Benefits of a Vacuum

Vacuum bags made of silicone increase the efficiency of making parts from fiber-reinforced plastics, especially in small-series production. The French company Durisotti uses the process to make floor panels for handicapped-accessible buses.

Of all materials, a great deal of hope is being pinned on fiber-reinforced plastics, which offer a compelling mix of stability, low weight and huge design latitude. They therefore have the ideal properties for automotive and aircraft makers. Their special properties are more than just the sum of their two parts, however. Fiber-reinforced plastics are much more stable than the combination of the stability conferred by pure fiber and plastic encasement would lead one to expect. In the direction of the fiber, they are especially rugged because the fibers are firmly embedded in the structure by the surrounding plastic matrix. This high stability is the reason that fiber-reinforced plastics find application in Formula 1 racing, the aviation industry and the rotors of wind turbines. Not only that, but they are relatively easy to process, which is why small runs needed for these applications can be made economically.

Durisotti employees need just five minutes to exactly position the silicone vacuum bag on the workpiece. The former production process required over an hour for positioning and sealing of the plastic sheeting.

It is precisely all these qualities that appeal to Durisotti, a French company. This family-run business specializes in converting mass-produced vehicles to meet special purposes. It adapts vehicles to suit the needs of emergency services, transport and bus companies, craftsmen and commercial companies. The company, based in Sallaumines on the Belgian border, has by now adapted more than 27,000 vehicles. Customers include the French postal service and police, Air France and the city authorities in Paris.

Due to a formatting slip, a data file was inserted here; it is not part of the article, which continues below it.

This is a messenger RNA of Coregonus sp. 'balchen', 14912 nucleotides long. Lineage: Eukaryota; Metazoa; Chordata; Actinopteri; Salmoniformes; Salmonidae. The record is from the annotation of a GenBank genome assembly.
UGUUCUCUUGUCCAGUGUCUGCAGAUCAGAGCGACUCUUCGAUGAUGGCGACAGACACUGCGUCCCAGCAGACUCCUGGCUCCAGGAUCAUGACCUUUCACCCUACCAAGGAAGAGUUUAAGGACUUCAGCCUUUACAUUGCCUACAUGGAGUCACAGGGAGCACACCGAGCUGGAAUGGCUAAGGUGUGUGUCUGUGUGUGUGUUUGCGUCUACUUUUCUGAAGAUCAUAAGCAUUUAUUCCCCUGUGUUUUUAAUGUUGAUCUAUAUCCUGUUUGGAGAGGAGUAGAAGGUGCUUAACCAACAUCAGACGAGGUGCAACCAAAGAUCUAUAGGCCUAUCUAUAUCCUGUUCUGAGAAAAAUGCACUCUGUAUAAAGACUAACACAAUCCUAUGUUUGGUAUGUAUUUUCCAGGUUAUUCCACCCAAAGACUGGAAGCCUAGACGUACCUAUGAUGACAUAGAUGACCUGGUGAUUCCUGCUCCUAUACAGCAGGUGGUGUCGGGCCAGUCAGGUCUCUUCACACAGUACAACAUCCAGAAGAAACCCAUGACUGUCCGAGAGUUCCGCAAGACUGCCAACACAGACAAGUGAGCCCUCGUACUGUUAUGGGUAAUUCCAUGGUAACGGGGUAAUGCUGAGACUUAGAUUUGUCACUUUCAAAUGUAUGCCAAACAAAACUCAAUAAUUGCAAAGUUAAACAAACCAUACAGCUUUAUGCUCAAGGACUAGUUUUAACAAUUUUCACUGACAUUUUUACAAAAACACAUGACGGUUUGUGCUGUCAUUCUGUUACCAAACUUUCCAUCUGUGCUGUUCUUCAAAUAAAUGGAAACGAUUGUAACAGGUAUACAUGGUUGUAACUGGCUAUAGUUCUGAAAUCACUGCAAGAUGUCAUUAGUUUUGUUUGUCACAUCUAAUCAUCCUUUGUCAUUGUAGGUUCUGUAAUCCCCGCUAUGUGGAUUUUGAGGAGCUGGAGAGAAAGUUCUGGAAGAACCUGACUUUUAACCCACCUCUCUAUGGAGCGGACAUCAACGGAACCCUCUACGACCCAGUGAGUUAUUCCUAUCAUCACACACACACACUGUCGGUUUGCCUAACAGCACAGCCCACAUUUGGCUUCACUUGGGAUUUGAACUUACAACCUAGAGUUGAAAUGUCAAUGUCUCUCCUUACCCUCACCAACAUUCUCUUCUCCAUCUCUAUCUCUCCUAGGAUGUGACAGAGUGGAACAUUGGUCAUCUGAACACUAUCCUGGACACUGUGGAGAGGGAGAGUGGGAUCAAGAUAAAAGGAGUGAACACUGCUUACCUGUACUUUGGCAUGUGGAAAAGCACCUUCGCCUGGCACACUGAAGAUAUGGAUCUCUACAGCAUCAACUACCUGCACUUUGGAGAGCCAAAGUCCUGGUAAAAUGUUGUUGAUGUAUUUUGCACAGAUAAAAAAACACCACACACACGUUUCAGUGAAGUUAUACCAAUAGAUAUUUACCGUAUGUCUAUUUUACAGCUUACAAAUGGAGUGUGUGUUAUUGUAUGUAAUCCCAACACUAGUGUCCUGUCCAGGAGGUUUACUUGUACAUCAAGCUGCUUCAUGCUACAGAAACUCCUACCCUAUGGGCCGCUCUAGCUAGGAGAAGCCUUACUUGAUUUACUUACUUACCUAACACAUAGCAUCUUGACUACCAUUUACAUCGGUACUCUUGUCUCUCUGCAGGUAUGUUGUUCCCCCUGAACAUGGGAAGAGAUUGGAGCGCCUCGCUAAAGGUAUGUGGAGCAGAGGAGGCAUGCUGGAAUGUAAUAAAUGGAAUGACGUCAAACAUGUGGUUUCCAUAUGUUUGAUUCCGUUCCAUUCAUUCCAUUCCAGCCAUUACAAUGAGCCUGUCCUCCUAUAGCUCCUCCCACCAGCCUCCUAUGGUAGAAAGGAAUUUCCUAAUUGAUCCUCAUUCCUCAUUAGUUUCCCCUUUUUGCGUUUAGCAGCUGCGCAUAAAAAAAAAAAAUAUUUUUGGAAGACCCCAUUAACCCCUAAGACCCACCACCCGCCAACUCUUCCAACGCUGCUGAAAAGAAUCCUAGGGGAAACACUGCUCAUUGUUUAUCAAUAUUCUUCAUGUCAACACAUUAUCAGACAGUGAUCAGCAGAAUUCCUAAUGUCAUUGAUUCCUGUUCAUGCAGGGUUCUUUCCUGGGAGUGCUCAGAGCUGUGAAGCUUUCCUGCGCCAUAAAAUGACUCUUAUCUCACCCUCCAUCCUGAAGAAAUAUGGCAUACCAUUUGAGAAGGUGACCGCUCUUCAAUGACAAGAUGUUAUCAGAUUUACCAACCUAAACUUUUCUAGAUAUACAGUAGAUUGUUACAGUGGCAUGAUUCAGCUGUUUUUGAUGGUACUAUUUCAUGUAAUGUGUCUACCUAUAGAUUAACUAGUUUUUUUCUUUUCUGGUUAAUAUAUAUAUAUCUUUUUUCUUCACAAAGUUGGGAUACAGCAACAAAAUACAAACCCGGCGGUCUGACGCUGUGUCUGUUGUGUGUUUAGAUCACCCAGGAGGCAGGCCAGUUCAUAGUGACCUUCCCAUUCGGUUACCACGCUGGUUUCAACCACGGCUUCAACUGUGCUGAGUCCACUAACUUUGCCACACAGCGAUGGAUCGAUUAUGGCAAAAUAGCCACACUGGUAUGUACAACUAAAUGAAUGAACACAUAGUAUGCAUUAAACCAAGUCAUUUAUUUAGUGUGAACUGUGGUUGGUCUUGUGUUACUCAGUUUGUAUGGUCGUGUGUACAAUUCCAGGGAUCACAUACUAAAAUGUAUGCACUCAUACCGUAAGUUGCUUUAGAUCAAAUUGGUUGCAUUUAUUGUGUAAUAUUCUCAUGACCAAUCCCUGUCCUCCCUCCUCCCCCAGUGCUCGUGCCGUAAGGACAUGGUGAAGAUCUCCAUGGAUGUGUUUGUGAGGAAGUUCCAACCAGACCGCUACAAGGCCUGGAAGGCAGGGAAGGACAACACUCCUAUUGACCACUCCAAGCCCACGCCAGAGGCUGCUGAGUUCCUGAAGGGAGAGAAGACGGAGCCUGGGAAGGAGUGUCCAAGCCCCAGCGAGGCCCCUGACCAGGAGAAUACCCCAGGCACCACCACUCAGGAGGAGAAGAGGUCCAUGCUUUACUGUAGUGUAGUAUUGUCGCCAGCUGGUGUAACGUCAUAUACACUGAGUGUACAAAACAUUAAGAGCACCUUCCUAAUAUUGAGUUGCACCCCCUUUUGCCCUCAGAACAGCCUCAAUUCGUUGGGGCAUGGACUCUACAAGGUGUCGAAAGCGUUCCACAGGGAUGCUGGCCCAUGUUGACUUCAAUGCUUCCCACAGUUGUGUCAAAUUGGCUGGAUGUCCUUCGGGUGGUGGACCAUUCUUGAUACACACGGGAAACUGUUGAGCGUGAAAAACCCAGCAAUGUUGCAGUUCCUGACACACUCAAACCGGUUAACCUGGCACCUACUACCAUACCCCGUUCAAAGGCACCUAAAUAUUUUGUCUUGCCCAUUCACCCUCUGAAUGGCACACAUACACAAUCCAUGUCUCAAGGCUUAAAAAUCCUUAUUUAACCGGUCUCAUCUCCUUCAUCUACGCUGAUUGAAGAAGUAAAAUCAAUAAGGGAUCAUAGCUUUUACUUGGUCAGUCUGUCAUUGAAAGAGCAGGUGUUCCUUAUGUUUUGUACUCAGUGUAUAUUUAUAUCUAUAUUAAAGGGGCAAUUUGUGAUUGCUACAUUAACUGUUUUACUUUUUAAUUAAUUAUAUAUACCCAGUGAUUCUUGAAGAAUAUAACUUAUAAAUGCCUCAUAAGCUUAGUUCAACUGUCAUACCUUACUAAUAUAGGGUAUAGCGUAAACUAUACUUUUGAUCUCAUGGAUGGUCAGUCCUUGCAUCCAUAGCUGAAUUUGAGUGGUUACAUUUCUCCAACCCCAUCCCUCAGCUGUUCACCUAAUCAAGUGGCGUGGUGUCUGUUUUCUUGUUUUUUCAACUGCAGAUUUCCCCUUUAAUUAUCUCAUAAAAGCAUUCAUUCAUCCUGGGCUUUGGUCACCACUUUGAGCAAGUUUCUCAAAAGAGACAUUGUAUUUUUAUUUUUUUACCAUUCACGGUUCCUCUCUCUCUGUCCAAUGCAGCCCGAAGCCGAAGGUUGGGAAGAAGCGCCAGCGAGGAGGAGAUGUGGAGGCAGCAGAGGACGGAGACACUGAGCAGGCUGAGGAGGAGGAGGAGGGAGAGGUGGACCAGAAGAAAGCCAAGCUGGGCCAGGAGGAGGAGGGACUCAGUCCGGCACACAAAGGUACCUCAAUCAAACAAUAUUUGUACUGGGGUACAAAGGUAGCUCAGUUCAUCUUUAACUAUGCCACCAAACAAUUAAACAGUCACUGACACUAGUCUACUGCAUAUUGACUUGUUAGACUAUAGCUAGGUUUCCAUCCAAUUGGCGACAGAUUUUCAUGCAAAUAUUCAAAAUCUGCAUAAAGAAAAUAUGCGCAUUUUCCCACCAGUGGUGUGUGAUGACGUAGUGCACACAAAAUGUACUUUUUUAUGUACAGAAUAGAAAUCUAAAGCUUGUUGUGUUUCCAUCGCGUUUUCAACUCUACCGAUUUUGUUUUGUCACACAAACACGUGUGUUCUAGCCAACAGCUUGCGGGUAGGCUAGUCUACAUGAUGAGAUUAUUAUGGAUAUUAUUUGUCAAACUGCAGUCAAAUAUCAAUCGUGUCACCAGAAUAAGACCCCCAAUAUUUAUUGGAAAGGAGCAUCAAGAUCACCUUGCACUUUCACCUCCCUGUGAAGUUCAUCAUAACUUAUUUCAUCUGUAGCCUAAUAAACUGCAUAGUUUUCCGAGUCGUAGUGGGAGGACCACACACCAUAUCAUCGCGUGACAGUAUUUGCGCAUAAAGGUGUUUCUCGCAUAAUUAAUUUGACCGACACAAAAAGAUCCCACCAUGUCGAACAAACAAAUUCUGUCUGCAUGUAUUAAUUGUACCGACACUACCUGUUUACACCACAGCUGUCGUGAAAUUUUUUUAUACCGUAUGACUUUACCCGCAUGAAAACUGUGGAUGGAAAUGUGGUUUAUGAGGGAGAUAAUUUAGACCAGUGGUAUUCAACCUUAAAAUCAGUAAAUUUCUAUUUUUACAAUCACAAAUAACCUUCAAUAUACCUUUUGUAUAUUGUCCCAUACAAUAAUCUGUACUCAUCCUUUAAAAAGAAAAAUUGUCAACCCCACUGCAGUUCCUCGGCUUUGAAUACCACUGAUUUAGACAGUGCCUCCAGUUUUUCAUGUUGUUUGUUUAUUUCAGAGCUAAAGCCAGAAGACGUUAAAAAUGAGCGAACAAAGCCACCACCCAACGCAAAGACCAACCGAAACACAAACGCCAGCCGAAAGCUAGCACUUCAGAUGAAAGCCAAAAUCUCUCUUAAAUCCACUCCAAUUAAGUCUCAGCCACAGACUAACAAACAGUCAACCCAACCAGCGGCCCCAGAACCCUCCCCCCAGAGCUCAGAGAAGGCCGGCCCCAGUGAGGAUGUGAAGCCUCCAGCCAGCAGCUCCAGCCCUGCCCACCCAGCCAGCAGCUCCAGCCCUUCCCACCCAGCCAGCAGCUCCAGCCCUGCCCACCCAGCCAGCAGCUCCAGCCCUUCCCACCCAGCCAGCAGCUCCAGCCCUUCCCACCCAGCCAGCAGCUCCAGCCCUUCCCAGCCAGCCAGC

The use of heavy materials should be avoided in retrofitting work, as they would reduce the available payload and increase fuel consumption. Nonetheless, there may be no compromises on stability either – which could jeopardize the vehicles’ roadworthiness And with special superstructures and modifications, it is often the case that unusual, complex parts are required that meet the customers’ specific needs. Large production runs of these special-purpose vehicles are generally unlikely.

Durisotti has been working with composites since the 1970s, and some of its structures have been as voluminous as 20 cubic meters. For a long time, its typical working process for making the composite workpieces consisted of charging the fiber component, resin and hardener into a half-mold, which was then covered with plastic sheeting that had to be laboriously taped all around the edges. A vacuum pump then extracted the remaining air from the mold and at thesame time ensured that the still-liquid resin was evenly distributed. When the resin hardened, the plastic sheeting was removed and disposed of. They then removed the finished workpiece from the mold. The disadvantage of this process was that it generated a great deal of waste and sealing the molds before the vacuum was applied was a tedious, labor-intensive task.